The case of Gould is distinguishable because it dealt with the death of a nonworking prisoner and did not address workers' compensation. The essence of the Gould decision was that nonworking prisoners could sue under the Tort Claims Act. That ruling is still good law, but it has no application to the case of a working prisoner injured at work.

The next case in time cited by plaintiff is Lawson. Lawson also involved the death of a prisoner, but this time while working for the State. There the Court noted that section 97-13(c) conferred workers' compensation benefits upon the special class of prisoners who were injured while working for the Department of Transportation but not other prisoners. Lawson, 248 N.C. at 280, 103 S.E.2d at 369. The Lawson Court went on to say, "In Gould . . . , this Court held that a prisoner not in said special classification was entitled to recover under the Tort Claims Act." Id. At that time, however, section 97-13(c) did not grant compensation to prisoners killed on the job. Neither did the exclusivity provisions of section 97-10 apply to prisoners in the same manner as other employees. Id. (applicable portion of section 97-13(c) added by 1957 General Assembly). Thus, Lawson's next of kin were permitted to seek recovery under the Tort Claims Act. Id. at 280-81, 103 S.E.2d at 369-70.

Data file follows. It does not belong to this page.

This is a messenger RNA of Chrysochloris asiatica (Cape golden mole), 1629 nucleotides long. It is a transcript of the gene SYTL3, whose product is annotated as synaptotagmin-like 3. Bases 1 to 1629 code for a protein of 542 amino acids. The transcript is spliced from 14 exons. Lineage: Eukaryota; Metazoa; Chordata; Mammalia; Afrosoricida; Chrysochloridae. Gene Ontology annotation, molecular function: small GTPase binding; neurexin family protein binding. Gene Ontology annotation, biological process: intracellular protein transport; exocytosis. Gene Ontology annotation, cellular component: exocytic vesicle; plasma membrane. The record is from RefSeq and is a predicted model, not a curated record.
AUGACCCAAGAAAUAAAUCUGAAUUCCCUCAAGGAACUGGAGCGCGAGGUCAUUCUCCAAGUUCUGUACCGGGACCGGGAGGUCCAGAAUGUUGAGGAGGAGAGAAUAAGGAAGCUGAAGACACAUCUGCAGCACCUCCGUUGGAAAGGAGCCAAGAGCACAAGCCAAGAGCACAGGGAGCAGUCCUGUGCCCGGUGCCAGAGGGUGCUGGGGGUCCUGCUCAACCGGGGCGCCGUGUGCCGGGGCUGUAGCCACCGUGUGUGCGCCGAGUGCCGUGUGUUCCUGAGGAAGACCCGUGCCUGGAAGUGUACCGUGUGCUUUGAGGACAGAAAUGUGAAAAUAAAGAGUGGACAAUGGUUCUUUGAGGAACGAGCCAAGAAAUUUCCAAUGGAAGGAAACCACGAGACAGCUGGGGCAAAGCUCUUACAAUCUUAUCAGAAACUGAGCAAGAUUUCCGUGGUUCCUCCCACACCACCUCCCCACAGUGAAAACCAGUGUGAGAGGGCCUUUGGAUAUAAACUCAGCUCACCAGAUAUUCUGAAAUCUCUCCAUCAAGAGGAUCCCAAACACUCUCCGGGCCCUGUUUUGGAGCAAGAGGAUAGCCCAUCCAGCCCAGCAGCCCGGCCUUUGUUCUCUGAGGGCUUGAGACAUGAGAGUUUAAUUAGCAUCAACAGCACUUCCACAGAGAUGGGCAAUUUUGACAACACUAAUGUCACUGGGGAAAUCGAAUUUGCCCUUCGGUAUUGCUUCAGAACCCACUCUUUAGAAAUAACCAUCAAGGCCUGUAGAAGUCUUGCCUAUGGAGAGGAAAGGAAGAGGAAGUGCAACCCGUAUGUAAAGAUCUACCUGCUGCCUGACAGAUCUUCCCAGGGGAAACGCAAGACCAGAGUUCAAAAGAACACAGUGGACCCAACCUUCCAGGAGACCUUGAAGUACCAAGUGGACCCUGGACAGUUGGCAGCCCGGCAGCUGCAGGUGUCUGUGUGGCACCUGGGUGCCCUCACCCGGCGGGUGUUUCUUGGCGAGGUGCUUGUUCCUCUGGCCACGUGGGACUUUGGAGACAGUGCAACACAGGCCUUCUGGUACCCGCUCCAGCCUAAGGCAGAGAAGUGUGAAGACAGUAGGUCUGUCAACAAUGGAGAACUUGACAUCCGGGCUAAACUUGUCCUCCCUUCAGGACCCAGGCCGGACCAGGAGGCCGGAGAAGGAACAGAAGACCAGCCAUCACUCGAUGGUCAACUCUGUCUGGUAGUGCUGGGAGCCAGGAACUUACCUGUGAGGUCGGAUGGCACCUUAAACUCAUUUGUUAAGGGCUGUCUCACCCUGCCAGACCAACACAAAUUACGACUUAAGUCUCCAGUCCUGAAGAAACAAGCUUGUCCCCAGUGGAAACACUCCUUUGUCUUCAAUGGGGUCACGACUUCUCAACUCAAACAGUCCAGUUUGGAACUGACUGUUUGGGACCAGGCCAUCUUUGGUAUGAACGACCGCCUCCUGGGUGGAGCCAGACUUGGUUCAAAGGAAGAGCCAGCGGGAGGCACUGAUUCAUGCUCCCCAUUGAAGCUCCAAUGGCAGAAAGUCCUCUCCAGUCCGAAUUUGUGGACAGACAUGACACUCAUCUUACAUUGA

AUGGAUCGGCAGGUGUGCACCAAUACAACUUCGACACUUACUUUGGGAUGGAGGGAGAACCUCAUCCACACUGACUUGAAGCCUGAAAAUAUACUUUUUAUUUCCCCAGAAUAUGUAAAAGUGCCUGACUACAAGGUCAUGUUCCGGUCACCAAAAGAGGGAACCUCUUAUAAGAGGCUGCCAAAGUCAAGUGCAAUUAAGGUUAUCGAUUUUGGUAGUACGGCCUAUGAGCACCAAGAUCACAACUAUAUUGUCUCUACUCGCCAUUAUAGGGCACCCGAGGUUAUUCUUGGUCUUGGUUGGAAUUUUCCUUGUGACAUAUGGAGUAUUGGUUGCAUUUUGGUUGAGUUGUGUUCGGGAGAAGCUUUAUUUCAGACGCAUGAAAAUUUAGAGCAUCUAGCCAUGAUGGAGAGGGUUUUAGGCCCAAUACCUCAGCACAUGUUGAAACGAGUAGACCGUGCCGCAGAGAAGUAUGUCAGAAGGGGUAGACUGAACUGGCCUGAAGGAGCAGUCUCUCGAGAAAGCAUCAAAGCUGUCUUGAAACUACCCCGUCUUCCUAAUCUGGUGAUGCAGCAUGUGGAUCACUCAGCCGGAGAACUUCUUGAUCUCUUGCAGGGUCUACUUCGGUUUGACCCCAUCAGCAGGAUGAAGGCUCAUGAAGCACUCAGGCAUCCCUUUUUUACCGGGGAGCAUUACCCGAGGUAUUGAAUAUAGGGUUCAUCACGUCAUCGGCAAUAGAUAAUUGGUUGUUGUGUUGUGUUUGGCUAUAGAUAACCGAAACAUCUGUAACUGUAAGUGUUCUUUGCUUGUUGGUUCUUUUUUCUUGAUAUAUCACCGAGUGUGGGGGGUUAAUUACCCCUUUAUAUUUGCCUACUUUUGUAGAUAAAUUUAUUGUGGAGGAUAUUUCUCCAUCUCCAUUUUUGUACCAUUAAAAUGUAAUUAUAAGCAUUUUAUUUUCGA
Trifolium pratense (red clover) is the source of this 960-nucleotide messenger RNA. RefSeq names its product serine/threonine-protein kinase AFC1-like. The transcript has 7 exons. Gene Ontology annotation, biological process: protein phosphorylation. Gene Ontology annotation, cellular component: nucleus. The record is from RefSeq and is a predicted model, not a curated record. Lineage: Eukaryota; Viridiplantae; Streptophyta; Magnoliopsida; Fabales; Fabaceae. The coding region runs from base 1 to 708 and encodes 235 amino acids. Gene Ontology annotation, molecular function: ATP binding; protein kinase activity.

Ivey is similarly distinguishable. Section 97-13(c) was amended in 1971 to provide full workers' compensation benefits for injured and killed prisoners. Ivey was a pre-1971 amendment case of a prisoner killed while working. At that time, section 97-13(c) applied to both injured and killed prisoners, but provided only burial expenses for those who died. Ivey, 252 N.C. at 618, 114 S.E.2d at 814. The Court in Ivey held that burial expenses did not meet the applicable definition of compensation. Id. at 620, 114 S.E.2d at 815. Because only prisoners "entitled to compensation" were barred by section 97-13(c) and former section 97-10, the statute did not bar tort claims arising from the death of a prisoner. Id. We agree with the Court of Appeals that, "[s]ince Ivey was a pre-1971 amendment death case in which the dead prisoner was not entitled to workers' compensation, its holding does not apply to plaintiff who is an injured employee who may elect to pursue compensation under the present version of the Workers' Compensation Act." Richardson v. N.C. Dep't of Correction, 118 N.C. App. 704, 706, 457 S.E.2d 325, 327 (1995).